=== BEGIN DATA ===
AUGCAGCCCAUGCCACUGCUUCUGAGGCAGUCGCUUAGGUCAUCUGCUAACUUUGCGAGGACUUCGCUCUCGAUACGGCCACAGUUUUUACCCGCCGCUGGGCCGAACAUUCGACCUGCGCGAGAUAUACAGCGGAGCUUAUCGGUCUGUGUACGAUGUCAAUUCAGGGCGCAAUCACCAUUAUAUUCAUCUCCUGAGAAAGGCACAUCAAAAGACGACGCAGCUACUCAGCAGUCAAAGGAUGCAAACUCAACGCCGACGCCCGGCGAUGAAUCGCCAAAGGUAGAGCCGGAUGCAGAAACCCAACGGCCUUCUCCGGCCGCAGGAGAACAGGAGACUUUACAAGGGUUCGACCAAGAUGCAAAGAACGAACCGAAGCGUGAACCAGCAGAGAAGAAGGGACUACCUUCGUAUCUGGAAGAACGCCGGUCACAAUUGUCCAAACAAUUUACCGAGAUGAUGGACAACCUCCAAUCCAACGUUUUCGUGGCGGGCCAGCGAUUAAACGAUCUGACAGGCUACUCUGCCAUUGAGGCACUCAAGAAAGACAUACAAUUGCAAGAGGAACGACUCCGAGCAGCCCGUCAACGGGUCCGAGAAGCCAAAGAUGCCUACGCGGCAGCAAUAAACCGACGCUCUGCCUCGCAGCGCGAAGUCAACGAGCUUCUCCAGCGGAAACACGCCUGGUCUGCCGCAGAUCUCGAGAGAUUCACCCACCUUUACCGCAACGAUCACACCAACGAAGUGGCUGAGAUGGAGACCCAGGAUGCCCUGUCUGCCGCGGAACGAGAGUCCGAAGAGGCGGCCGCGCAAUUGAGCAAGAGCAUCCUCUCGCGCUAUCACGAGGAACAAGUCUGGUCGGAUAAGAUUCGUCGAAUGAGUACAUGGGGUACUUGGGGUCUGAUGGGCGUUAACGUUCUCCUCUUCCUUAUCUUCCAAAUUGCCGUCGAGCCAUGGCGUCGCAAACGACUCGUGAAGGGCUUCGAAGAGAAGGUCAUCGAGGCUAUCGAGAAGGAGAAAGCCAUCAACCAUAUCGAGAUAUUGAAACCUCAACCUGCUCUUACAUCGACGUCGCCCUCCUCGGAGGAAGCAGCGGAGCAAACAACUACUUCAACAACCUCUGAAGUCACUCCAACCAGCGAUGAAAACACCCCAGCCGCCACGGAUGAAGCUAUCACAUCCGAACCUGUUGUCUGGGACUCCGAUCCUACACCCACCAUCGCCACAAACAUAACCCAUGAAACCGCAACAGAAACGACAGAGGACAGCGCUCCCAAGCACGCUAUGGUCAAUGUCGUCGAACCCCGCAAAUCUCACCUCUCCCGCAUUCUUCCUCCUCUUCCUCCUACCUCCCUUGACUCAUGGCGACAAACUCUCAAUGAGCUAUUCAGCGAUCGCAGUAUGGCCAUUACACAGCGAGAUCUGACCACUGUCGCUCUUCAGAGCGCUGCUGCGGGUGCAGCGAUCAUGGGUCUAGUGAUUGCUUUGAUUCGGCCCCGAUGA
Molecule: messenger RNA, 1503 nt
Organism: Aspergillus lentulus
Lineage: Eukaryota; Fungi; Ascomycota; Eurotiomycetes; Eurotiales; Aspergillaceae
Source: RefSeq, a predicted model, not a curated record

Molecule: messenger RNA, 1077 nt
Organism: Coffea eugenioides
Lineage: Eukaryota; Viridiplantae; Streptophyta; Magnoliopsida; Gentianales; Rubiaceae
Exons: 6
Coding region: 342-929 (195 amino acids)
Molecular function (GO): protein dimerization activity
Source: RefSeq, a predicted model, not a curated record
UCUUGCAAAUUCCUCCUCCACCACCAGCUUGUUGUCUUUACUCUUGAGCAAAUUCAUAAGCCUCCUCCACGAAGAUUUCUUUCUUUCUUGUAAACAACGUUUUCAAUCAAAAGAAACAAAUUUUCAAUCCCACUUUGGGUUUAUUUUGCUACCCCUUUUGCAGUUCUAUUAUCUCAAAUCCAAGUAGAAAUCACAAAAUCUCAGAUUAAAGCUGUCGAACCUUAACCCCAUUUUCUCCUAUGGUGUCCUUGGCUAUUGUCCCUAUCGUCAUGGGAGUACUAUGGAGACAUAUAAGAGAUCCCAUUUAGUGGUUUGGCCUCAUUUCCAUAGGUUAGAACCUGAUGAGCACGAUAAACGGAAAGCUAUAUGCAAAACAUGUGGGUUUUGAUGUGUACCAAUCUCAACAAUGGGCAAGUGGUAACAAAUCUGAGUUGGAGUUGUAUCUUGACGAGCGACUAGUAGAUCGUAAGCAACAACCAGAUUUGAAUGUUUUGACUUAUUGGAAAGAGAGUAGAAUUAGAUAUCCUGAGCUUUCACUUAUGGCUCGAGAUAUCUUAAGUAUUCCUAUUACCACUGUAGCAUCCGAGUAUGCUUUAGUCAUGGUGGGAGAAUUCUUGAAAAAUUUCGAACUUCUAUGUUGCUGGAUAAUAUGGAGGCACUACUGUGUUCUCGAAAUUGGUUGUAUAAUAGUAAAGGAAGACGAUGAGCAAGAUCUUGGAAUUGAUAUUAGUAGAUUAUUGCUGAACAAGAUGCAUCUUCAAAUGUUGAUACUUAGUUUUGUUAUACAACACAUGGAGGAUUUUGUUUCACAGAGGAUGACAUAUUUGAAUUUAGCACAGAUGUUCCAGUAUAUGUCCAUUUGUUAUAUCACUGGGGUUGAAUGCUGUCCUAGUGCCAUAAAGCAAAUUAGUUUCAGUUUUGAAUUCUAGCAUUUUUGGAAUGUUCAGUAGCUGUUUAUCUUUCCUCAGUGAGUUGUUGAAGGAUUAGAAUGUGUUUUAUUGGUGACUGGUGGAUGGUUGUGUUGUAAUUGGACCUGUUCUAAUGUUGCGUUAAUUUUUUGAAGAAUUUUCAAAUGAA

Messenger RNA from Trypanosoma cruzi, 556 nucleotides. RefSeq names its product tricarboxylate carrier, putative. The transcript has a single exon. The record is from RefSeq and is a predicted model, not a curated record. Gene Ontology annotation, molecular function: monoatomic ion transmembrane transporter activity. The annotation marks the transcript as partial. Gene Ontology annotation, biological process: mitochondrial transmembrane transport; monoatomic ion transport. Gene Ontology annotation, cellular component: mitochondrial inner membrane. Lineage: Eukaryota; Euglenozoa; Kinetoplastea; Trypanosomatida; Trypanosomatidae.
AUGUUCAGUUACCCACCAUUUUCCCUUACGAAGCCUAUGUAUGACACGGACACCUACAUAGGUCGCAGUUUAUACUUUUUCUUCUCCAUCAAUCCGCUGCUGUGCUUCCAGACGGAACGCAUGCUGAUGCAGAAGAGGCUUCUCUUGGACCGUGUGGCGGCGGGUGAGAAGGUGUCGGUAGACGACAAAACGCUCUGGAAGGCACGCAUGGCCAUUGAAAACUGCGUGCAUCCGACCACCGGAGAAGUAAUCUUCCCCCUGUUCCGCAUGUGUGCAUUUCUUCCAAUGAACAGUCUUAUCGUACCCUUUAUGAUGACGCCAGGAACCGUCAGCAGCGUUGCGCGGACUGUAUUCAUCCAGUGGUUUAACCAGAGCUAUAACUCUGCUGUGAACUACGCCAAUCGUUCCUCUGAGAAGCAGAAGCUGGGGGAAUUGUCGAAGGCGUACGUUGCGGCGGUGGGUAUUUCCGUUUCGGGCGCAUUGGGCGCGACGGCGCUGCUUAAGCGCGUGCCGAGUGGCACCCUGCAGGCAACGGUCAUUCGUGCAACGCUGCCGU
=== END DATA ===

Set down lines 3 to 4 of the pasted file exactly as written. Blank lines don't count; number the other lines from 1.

Organism: Aspergillus lentulus
Lineage: Eukaryota; Fungi; Ascomycota; Eurotiomycetes; Eurotiales; Aspergillaceae